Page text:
The Speaker (Hon. Ted Arnott): Thank you very much. Supplementary?

Ms. Andrea Horwath: Speaker, the second wave of COVID-19 is already here, and we are seeing the tragic consequences in long-term care. Ottawa’s for-profit West End Villa has seen 19 deaths since August. Now we’re seeing new outbreaks and deaths at long-term-care homes in Toronto and Beeton. Fifty seniors, literally half of the residents, at the for-profit Fairview Nursing Home have been diagnosed with COVID-19.

The ombudsman has called for urgent changes: a boost in staffing and protection for whistle-blowers. Why are these measures not already in place, and when will they be?

Hon. Merrilee Fullerton: Thanks for raising those issues. All of those issues are areas that we are working extremely hard on and taking our most vigilance to address them. This is happening as we speak.

I want to mention again that “outbreak” means one resident or one staff case in the home. Right now, we have 44 homes with no resident cases, although they are considered in outbreak, two homes in Ottawa with resident cases—and those homes are stabilizing. This is much better, compared to the first wave.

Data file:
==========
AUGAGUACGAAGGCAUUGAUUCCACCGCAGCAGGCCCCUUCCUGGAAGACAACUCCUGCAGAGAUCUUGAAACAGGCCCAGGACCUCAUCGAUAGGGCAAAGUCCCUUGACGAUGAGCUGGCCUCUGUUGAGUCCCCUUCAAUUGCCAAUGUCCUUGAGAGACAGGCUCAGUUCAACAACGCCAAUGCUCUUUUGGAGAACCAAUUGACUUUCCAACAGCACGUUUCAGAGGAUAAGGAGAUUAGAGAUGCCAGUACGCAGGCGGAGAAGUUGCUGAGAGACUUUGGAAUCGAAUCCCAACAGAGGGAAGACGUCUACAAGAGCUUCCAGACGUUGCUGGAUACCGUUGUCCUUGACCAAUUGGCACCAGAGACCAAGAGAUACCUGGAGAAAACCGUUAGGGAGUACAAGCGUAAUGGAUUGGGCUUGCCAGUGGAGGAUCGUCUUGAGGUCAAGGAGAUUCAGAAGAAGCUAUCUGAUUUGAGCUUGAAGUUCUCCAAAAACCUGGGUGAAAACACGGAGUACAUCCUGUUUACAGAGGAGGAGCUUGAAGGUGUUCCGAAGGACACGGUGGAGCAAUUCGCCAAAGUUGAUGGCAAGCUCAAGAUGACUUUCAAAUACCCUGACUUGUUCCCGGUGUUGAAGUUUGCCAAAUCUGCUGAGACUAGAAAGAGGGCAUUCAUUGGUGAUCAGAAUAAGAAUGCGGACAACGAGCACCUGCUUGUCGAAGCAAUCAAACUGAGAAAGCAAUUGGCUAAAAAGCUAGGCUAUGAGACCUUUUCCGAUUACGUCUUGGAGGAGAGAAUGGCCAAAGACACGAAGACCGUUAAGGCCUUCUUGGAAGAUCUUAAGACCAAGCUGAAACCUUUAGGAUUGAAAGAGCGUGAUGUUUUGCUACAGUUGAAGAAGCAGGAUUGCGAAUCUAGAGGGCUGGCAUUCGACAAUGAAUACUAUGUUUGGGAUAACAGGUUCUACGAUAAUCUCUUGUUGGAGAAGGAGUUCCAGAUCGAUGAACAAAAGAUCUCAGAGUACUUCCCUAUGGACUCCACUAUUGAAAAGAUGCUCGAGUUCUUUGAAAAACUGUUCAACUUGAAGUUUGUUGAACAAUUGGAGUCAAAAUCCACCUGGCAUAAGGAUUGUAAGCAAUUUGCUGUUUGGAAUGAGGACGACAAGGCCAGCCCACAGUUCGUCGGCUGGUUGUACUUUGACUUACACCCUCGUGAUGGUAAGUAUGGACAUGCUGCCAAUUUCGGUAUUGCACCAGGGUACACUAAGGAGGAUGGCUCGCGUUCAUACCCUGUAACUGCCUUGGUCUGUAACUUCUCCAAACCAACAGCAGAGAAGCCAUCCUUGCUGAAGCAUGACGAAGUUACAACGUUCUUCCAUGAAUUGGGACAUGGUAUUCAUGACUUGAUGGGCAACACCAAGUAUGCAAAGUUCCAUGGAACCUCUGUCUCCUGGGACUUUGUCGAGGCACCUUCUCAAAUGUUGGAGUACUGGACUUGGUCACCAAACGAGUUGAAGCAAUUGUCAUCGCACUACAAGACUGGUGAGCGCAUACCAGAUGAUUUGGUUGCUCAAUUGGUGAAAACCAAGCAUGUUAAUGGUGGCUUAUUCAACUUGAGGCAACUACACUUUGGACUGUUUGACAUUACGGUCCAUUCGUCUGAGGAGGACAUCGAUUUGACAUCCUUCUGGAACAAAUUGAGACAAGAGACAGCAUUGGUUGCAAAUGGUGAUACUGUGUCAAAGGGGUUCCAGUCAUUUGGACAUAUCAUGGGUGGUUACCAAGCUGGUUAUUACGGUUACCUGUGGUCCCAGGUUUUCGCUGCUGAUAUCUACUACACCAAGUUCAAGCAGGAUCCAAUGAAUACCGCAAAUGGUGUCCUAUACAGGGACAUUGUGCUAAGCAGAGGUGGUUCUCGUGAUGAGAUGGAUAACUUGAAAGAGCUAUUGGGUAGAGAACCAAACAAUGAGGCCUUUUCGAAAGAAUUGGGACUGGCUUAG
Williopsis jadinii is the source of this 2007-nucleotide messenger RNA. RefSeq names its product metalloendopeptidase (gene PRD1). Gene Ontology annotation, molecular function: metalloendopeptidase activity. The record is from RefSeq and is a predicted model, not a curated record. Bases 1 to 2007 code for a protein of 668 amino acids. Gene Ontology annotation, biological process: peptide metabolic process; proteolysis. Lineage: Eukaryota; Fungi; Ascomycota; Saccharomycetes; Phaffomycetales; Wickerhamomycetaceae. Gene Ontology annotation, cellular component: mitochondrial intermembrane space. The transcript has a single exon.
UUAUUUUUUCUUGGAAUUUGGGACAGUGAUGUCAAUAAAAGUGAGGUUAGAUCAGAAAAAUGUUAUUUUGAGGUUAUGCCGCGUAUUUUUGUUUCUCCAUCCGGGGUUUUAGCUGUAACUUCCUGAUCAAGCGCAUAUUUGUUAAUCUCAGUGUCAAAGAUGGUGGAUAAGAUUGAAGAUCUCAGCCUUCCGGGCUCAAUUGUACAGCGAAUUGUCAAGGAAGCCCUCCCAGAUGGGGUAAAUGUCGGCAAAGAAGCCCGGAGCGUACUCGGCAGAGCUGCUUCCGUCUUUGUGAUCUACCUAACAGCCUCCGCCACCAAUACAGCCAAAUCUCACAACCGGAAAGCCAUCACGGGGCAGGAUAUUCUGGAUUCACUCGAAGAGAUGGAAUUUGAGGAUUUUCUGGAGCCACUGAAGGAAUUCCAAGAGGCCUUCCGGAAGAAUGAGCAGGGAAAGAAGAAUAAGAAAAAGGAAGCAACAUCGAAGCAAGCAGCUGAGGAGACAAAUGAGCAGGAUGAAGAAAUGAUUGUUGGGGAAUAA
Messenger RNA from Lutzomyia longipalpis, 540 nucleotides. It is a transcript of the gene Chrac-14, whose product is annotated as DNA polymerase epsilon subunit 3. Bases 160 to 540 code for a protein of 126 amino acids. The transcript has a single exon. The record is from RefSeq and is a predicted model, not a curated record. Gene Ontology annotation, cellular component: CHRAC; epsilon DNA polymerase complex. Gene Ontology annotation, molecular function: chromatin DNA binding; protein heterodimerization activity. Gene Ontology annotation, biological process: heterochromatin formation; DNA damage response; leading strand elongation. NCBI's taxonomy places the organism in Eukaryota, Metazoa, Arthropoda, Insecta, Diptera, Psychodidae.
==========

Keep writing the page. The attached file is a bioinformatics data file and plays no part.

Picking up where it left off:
Whether it’s through the partnerships with our hospitals, working with our Chief Medical Officer of Health, the medical officer of health, and making sure that we do every measure based on evidence, based on data—our homes are stabilizing. Many of the homes that are in outbreak right now have no resident cases—44 homes with no resident cases.

We will continue to take advice from the Patient Ombudsman, from other groups, to make sure that we’re doing everything possible to support our homes, and we’ll keep doing that.

The Speaker (Hon. Ted Arnott): Final supplementary?

Ms. Andrea Horwath: The minister talks about urgency, but what people see is dithering, delays and penny-pinching by the Ford government.